The Hurricane Heist is out now in cinemas and on Sky Cinema. The film is directed by The Fast and the Furious and XXX’s Rob Cohen and stars Toby Kebbell (Kong: Skull Island), Maggie Grace (Taken), Ryan Kwanten (True Blood) and Ralph Ineson (The Office).
As an unstoppable and deadly hurricane bears down on the Gulf Coast of the US, a mandatory emergency evacuation is underway clearing the city. The storm proves to be the perfect cover for a team of hackers to infiltrate a vulnerable Treasury facility and steal $600m.
Bracing himself for the impact of the hurricane, stormchaser and meteorologist Will (Toby Kebbell) finds himself caught up in the chaos and teams up with Casey (Maggie Grace), the only Treasury agent left standing and his wayward brother, Breeze (Ryan Kwanten). Together they must stop the ruthless thieves from pulling of the heist of a lifetime and survive the storm of the century.
We chatted to Rob about The Hurricane Heist and his thoughts on action movies, his past work including The Skulls, inspiring James Bond and possibly returning to the Fast and Furious and XXX franchises.
This film is a classic throw-back to action films of the past which don’t seem to be as prevalent as they were in, say the 90s. Do you think that’s because the real world is enough of its own disaster movie right now, and why do you think we as audiences love to see tales like these told onscreen?
There was a new context when people did disaster films in the 90’s… lets take Twister as an example. I think that was dealing with a phenomenon that had always appeared on the earth in certain places, the tornado.
Now in the late 2000’s you had 2020 you have to look at those films differently as the (threat of the disaster) is getting worse – they are getting more frequent, so they are much more menacing in the world of climate change then they were when they were just a phenomenon. So that’s a very big difference.
We could be seeing, in these terrible storms, the beginning of an escalation that is frightening in a very different way than is was for Jan de Bont or Steven Spielberg in the 1990’s.
How much of the film is practical effects vs CGI and as a filmmaker, do you have a preference?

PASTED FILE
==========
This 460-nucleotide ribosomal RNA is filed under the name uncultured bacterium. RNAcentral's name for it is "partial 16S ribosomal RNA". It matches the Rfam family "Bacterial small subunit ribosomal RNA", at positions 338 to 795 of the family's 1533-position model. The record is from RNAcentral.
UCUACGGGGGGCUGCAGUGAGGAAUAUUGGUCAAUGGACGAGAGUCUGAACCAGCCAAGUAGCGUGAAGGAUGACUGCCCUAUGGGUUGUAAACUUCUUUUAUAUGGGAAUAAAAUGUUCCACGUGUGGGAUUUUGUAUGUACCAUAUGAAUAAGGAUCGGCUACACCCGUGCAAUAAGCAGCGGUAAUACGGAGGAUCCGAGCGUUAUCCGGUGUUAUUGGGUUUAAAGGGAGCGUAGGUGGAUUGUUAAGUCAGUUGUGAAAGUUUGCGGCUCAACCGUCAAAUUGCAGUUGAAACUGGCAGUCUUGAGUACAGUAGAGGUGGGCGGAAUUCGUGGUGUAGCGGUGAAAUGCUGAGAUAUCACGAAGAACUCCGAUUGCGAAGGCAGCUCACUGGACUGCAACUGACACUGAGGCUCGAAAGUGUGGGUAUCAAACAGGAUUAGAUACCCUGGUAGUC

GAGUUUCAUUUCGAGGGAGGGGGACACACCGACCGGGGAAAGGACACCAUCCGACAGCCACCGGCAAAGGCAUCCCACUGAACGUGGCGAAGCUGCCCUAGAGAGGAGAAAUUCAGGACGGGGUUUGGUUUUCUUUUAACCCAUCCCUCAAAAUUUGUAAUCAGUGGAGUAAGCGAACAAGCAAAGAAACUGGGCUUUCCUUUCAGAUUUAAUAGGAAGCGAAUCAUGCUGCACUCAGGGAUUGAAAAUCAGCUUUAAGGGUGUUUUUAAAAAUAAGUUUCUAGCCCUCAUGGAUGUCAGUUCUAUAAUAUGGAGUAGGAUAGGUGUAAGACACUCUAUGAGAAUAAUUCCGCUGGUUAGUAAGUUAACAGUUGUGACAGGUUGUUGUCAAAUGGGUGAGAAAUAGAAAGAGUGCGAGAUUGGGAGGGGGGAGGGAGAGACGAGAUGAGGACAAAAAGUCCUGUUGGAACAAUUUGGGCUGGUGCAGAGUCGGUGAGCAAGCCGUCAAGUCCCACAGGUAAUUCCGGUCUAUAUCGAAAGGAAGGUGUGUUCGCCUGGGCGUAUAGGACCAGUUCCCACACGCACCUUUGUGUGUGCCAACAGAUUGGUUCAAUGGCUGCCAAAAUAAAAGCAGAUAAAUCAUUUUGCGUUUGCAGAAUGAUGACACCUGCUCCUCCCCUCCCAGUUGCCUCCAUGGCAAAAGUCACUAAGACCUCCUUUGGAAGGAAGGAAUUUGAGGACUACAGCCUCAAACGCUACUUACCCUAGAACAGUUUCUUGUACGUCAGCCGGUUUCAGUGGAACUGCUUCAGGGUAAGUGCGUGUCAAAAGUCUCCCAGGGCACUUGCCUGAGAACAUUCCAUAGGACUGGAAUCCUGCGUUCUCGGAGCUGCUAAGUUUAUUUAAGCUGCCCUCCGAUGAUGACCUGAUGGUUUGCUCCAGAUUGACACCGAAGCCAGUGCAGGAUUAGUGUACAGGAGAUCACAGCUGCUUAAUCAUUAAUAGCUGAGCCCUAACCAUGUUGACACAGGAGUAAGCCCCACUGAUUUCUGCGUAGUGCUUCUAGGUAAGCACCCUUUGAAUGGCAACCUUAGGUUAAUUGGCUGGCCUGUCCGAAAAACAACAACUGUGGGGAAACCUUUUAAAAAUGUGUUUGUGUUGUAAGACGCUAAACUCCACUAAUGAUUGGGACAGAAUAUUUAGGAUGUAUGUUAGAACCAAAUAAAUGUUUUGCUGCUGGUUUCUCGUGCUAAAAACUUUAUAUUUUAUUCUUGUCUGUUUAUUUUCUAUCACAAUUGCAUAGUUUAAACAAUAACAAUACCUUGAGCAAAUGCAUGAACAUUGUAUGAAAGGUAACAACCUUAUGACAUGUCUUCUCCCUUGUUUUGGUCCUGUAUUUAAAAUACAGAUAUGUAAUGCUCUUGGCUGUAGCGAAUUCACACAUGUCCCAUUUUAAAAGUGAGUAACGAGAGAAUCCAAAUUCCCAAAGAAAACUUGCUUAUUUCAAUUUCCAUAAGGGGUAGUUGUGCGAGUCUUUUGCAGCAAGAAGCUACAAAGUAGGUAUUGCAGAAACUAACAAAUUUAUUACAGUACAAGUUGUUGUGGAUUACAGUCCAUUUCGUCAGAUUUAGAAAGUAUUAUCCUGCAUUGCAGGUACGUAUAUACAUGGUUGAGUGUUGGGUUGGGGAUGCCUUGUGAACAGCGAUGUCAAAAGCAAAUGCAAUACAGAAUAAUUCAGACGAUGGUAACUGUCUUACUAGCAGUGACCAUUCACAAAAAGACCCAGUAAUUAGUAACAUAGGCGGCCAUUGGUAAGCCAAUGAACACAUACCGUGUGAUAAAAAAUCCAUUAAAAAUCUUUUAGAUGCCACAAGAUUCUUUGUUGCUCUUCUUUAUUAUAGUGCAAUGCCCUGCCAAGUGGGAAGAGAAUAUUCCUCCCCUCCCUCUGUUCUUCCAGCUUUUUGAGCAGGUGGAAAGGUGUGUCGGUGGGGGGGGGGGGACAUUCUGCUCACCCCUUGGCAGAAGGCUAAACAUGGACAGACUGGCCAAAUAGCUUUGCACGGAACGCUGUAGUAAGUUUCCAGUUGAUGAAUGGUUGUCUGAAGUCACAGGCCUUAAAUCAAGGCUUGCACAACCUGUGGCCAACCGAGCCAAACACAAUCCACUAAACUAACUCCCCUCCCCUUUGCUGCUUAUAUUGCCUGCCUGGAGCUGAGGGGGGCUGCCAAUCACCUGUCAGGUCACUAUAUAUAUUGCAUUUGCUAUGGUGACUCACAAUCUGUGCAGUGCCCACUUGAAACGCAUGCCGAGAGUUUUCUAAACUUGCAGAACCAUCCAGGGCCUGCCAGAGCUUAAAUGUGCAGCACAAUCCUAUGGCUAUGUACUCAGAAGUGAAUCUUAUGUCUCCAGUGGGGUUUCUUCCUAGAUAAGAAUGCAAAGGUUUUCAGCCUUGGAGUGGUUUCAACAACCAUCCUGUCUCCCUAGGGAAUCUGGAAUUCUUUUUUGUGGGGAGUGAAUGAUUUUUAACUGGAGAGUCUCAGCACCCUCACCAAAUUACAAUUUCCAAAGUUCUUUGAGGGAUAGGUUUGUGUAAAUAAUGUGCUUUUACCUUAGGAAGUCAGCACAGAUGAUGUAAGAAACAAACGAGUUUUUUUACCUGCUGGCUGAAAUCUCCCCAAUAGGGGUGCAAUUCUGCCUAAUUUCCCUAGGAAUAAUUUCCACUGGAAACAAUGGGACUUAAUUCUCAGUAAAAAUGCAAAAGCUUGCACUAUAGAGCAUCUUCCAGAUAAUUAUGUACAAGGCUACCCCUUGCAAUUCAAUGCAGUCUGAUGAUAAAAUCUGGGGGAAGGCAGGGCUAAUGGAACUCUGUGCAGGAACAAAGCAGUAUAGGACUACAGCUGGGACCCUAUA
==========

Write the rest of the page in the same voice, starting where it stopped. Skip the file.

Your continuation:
I am kinda analogue. I always feel if you can put it in front of a lens, the effects, they are more effective then if you wrap them in digitally. There is just a difference in the way the camera picks up the strength and the chaos of a natural phenomenon. Computers keep getting closer but never, so far, have gotten 1000% there.
It’s a great tool, I took on CGI early with Dragon Heart and know how powerful and amazing it can be but sometimes, no matter how hard you work, it can still look like effects, so personally, and in my approach I prefer to put it as much of it in front of a lens as I can. That way when I say cut I know I have it.
As an example, when Toby is climbing up that tower you have got to believe he is in the middle of a hurricane blast and that gives me a lot of satisfaction to look in the monitor and to see that in fact he is being pummelled by the wind and the rain and not going, ‘well it looks sort of right, or it looks kinda convincing’. I like to look at it and say ‘yes, look at his face, his cheeks are flapping’!
This type of film and subject matter demands a lot of effects-heavy work. From your standpoint, does it require a different style of preparation from you in visually telling a story?
You need to have the whole movie firmly in your head and that takes a lot of work in the prep period and as you are starting to shoot. You must know how every piece fits with every piece, so if you are going to do a visual effect in this particular moment in the film you have to be able to explain it to the actors, exactly what it is that they need to show to make that effect work and they need to create their own actor reality, which is of course why we love actors as they can sell you the truth and make you believe it, even if they are in front of a green screen.
By the way, we used almost no green screen in this movie. When you can know your film so well that you can constantly refer to it in your mind and be able to be clear with the cast and crew as to what everything needs, that’s when you are working at your top level.